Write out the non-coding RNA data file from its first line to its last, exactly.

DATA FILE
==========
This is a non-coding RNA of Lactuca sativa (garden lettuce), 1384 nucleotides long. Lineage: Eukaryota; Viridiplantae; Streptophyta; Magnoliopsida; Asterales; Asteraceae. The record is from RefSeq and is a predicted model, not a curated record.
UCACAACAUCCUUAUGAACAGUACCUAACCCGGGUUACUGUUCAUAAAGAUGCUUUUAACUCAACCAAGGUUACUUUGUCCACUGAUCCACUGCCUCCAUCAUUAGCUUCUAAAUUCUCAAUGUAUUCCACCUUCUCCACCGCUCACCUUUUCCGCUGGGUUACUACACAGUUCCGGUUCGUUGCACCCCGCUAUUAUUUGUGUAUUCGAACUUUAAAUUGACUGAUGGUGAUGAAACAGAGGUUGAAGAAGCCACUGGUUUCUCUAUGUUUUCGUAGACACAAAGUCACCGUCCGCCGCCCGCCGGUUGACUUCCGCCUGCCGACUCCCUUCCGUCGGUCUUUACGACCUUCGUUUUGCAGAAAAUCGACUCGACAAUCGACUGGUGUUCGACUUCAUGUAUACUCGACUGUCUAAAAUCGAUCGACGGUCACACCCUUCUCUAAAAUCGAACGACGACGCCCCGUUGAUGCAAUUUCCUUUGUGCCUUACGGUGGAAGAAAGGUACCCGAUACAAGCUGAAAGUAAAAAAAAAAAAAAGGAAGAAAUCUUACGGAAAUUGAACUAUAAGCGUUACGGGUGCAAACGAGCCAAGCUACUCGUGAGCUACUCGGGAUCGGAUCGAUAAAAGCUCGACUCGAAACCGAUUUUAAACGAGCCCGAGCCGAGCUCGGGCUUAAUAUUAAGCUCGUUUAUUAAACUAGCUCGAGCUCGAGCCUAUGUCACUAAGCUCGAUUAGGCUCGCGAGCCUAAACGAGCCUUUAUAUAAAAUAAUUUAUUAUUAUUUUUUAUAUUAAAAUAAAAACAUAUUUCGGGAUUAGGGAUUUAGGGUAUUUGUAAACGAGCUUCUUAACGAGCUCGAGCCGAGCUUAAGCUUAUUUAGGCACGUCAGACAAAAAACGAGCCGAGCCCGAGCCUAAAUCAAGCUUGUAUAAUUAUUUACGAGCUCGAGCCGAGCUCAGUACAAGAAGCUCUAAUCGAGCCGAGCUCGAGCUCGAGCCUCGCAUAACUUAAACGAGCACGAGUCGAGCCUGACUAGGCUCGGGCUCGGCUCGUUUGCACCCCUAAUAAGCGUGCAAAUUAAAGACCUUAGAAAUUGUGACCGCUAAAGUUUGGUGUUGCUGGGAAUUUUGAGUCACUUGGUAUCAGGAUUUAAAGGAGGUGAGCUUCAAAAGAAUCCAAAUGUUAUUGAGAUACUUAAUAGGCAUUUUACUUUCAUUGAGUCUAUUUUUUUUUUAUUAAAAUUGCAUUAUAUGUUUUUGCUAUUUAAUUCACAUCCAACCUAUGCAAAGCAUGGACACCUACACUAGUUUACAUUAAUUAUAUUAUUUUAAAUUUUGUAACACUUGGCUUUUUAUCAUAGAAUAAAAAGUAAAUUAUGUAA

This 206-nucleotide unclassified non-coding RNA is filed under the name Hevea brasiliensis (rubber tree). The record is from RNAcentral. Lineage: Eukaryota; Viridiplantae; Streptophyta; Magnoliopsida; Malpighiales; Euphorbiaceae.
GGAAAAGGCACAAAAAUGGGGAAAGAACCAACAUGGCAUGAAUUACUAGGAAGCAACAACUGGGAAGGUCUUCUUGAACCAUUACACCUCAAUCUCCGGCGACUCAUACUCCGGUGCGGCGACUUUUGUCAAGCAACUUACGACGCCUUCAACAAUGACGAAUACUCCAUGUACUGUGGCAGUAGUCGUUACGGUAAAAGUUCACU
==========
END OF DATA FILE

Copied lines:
This is a non-coding RNA of Lactuca sativa (garden lettuce), 1384 nucleotides long. Lineage: Eukaryota; Viridiplantae; Streptophyta; Magnoliopsida; Asterales; Asteraceae. The record is from RefSeq and is a predicted model, not a curated record.
UCACAACAUCCUUAUGAACAGUACCUAACCCGGGUUACUGUUCAUAAAGAUGCUUUUAACUCAACCAAGGUUACUUUGUCCACUGAUCCACUGCCUCCAUCAUUAGCUUCUAAAUUCUCAAUGUAUUCCACCUUCUCCACCGCUCACCUUUUCCGCUGGGUUACUACACAGUUCCGGUUCGUUGCACCCCGCUAUUAUUUGUGUAUUCGAACUUUAAAUUGACUGAUGGUGAUGAAACAGAGGUUGAAGAAGCCACUGGUUUCUCUAUGUUUUCGUAGACACAAAGUCACCGUCCGCCGCCCGCCGGUUGACUUCCGCCUGCCGACUCCCUUCCGUCGGUCUUUACGACCUUCGUUUUGCAGAAAAUCGACUCGACAAUCGACUGGUGUUCGACUUCAUGUAUACUCGACUGUCUAAAAUCGAUCGACGGUCACACCCUUCUCUAAAAUCGAACGACGACGCCCCGUUGAUGCAAUUUCCUUUGUGCCUUACGGUGGAAGAAAGGUACCCGAUACAAGCUGAAAGUAAAAAAAAAAAAAAGGAAGAAAUCUUACGGAAAUUGAACUAUAAGCGUUACGGGUGCAAACGAGCCAAGCUACUCGUGAGCUACUCGGGAUCGGAUCGAUAAAAGCUCGACUCGAAACCGAUUUUAAACGAGCCCGAGCCGAGCUCGGGCUUAAUAUUAAGCUCGUUUAUUAAACUAGCUCGAGCUCGAGCCUAUGUCACUAAGCUCGAUUAGGCUCGCGAGCCUAAACGAGCCUUUAUAUAAAAUAAUUUAUUAUUAUUUUUUAUAUUAAAAUAAAAACAUAUUUCGGGAUUAGGGAUUUAGGGUAUUUGUAAACGAGCUUCUUAACGAGCUCGAGCCGAGCUUAAGCUUAUUUAGGCACGUCAGACAAAAAACGAGCCGAGCCCGAGCCUAAAUCAAGCUUGUAUAAUUAUUUACGAGCUCGAGCCGAGCUCAGUACAAGAAGCUCUAAUCGAGCCGAGCUCGAGCUCGAGCCUCGCAUAACUUAAACGAGCACGAGUCGAGCCUGACUAGGCUCGGGCUCGGCUCGUUUGCACCCCUAAUAAGCGUGCAAAUUAAAGACCUUAGAAAUUGUGACCGCUAAAGUUUGGUGUUGCUGGGAAUUUUGAGUCACUUGGUAUCAGGAUUUAAAGGAGGUGAGCUUCAAAAGAAUCCAAAUGUUAUUGAGAUACUUAAUAGGCAUUUUACUUUCAUUGAGUCUAUUUUUUUUUUAUUAAAAUUGCAUUAUAUGUUUUUGCUAUUUAAUUCACAUCCAACCUAUGCAAAGCAUGGACACCUACACUAGUUUACAUUAAUUAUAUUAUUUUAAAUUUUGUAACACUUGGCUUUUUAUCAUAGAAUAAAAAGUAAAUUAUGUAA

This 206-nucleotide unclassified non-coding RNA is filed under the name Hevea brasiliensis (rubber tree). The record is from RNAcentral. Lineage: Eukaryota; Viridiplantae; Streptophyta; Magnoliopsida; Malpighiales; Euphorbiaceae.
GGAAAAGGCACAAAAAUGGGGAAAGAACCAACAUGGCAUGAAUUACUAGGAAGCAACAACUGGGAAGGUCUUCUUGAACCAUUACACCUCAAUCUCCGGCGACUCAUACUCCGGUGCGGCGACUUUUGUCAAGCAACUUACGACGCCUUCAACAAUGACGAAUACUCCAUGUACUGUGGCAGUAGUCGUUACGGUAAAAGUUCACU